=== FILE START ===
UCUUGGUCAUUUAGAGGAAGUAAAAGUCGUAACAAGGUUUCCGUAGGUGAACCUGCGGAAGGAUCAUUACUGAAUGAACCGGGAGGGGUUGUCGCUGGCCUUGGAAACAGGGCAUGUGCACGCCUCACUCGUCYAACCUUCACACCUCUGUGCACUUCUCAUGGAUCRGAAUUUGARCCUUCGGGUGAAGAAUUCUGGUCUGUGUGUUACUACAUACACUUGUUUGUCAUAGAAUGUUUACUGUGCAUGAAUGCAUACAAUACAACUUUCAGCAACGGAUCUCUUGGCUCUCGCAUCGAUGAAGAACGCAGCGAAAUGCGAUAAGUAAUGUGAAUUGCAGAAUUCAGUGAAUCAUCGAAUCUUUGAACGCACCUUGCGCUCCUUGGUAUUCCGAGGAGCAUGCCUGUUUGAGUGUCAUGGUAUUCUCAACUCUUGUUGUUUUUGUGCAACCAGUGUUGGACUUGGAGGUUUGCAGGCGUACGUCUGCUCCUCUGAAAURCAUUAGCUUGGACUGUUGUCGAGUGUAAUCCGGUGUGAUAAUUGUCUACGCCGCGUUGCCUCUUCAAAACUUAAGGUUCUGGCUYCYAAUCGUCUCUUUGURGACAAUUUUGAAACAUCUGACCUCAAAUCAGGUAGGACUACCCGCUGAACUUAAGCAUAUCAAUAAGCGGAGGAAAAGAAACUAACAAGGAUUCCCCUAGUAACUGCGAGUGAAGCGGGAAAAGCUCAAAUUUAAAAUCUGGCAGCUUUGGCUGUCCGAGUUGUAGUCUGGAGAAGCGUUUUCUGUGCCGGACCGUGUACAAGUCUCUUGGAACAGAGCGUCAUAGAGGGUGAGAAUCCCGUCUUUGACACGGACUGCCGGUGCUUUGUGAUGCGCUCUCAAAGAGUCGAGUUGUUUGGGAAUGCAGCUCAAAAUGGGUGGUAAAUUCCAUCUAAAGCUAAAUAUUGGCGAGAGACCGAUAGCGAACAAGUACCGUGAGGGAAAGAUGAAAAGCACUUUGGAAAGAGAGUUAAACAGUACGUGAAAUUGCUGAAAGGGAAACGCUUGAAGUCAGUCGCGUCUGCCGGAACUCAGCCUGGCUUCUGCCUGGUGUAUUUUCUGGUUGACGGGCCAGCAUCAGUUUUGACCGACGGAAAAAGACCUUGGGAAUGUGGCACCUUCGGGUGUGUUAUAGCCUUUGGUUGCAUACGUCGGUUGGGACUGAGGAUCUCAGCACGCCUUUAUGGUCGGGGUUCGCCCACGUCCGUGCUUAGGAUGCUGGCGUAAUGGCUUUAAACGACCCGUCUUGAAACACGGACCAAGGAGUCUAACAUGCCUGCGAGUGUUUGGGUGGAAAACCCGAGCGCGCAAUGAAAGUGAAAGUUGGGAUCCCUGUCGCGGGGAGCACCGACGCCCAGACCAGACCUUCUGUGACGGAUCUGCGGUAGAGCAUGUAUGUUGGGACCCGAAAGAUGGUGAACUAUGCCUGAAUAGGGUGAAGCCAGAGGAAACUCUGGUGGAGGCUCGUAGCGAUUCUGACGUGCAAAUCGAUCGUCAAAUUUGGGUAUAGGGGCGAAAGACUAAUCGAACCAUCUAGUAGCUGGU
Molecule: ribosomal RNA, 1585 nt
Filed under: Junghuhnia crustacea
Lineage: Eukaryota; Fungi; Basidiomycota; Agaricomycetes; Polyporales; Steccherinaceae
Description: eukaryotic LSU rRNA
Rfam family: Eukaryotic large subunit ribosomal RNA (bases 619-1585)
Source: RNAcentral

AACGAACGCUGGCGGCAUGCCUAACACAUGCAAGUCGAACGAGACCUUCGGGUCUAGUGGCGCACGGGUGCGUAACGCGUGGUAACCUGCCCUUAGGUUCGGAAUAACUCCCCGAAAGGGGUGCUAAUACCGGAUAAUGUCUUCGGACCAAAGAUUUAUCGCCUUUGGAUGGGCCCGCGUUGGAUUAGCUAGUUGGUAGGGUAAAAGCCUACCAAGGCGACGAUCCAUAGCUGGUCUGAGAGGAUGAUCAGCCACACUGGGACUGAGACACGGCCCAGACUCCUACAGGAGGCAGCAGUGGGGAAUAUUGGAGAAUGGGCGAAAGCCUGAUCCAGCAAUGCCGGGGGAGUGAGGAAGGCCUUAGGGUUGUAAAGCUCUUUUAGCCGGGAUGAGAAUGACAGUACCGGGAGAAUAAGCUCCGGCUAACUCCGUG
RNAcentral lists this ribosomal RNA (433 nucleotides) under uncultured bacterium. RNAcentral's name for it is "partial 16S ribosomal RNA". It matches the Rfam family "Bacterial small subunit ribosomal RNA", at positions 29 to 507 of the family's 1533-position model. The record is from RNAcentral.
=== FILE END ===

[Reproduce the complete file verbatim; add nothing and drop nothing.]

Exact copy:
UCUUGGUCAUUUAGAGGAAGUAAAAGUCGUAACAAGGUUUCCGUAGGUGAACCUGCGGAAGGAUCAUUACUGAAUGAACCGGGAGGGGUUGUCGCUGGCCUUGGAAACAGGGCAUGUGCACGCCUCACUCGUCYAACCUUCACACCUCUGUGCACUUCUCAUGGAUCRGAAUUUGARCCUUCGGGUGAAGAAUUCUGGUCUGUGUGUUACUACAUACACUUGUUUGUCAUAGAAUGUUUACUGUGCAUGAAUGCAUACAAUACAACUUUCAGCAACGGAUCUCUUGGCUCUCGCAUCGAUGAAGAACGCAGCGAAAUGCGAUAAGUAAUGUGAAUUGCAGAAUUCAGUGAAUCAUCGAAUCUUUGAACGCACCUUGCGCUCCUUGGUAUUCCGAGGAGCAUGCCUGUUUGAGUGUCAUGGUAUUCUCAACUCUUGUUGUUUUUGUGCAACCAGUGUUGGACUUGGAGGUUUGCAGGCGUACGUCUGCUCCUCUGAAAURCAUUAGCUUGGACUGUUGUCGAGUGUAAUCCGGUGUGAUAAUUGUCUACGCCGCGUUGCCUCUUCAAAACUUAAGGUUCUGGCUYCYAAUCGUCUCUUUGURGACAAUUUUGAAACAUCUGACCUCAAAUCAGGUAGGACUACCCGCUGAACUUAAGCAUAUCAAUAAGCGGAGGAAAAGAAACUAACAAGGAUUCCCCUAGUAACUGCGAGUGAAGCGGGAAAAGCUCAAAUUUAAAAUCUGGCAGCUUUGGCUGUCCGAGUUGUAGUCUGGAGAAGCGUUUUCUGUGCCGGACCGUGUACAAGUCUCUUGGAACAGAGCGUCAUAGAGGGUGAGAAUCCCGUCUUUGACACGGACUGCCGGUGCUUUGUGAUGCGCUCUCAAAGAGUCGAGUUGUUUGGGAAUGCAGCUCAAAAUGGGUGGUAAAUUCCAUCUAAAGCUAAAUAUUGGCGAGAGACCGAUAGCGAACAAGUACCGUGAGGGAAAGAUGAAAAGCACUUUGGAAAGAGAGUUAAACAGUACGUGAAAUUGCUGAAAGGGAAACGCUUGAAGUCAGUCGCGUCUGCCGGAACUCAGCCUGGCUUCUGCCUGGUGUAUUUUCUGGUUGACGGGCCAGCAUCAGUUUUGACCGACGGAAAAAGACCUUGGGAAUGUGGCACCUUCGGGUGUGUUAUAGCCUUUGGUUGCAUACGUCGGUUGGGACUGAGGAUCUCAGCACGCCUUUAUGGUCGGGGUUCGCCCACGUCCGUGCUUAGGAUGCUGGCGUAAUGGCUUUAAACGACCCGUCUUGAAACACGGACCAAGGAGUCUAACAUGCCUGCGAGUGUUUGGGUGGAAAACCCGAGCGCGCAAUGAAAGUGAAAGUUGGGAUCCCUGUCGCGGGGAGCACCGACGCCCAGACCAGACCUUCUGUGACGGAUCUGCGGUAGAGCAUGUAUGUUGGGACCCGAAAGAUGGUGAACUAUGCCUGAAUAGGGUGAAGCCAGAGGAAACUCUGGUGGAGGCUCGUAGCGAUUCUGACGUGCAAAUCGAUCGUCAAAUUUGGGUAUAGGGGCGAAAGACUAAUCGAACCAUCUAGUAGCUGGU
Molecule: ribosomal RNA, 1585 nt
Filed under: Junghuhnia crustacea
Lineage: Eukaryota; Fungi; Basidiomycota; Agaricomycetes; Polyporales; Steccherinaceae
Description: eukaryotic LSU rRNA
Rfam family: Eukaryotic large subunit ribosomal RNA (bases 619-1585)
Source: RNAcentral

AACGAACGCUGGCGGCAUGCCUAACACAUGCAAGUCGAACGAGACCUUCGGGUCUAGUGGCGCACGGGUGCGUAACGCGUGGUAACCUGCCCUUAGGUUCGGAAUAACUCCCCGAAAGGGGUGCUAAUACCGGAUAAUGUCUUCGGACCAAAGAUUUAUCGCCUUUGGAUGGGCCCGCGUUGGAUUAGCUAGUUGGUAGGGUAAAAGCCUACCAAGGCGACGAUCCAUAGCUGGUCUGAGAGGAUGAUCAGCCACACUGGGACUGAGACACGGCCCAGACUCCUACAGGAGGCAGCAGUGGGGAAUAUUGGAGAAUGGGCGAAAGCCUGAUCCAGCAAUGCCGGGGGAGUGAGGAAGGCCUUAGGGUUGUAAAGCUCUUUUAGCCGGGAUGAGAAUGACAGUACCGGGAGAAUAAGCUCCGGCUAACUCCGUG
RNAcentral lists this ribosomal RNA (433 nucleotides) under uncultured bacterium. RNAcentral's name for it is "partial 16S ribosomal RNA". It matches the Rfam family "Bacterial small subunit ribosomal RNA", at positions 29 to 507 of the family's 1533-position model. The record is from RNAcentral.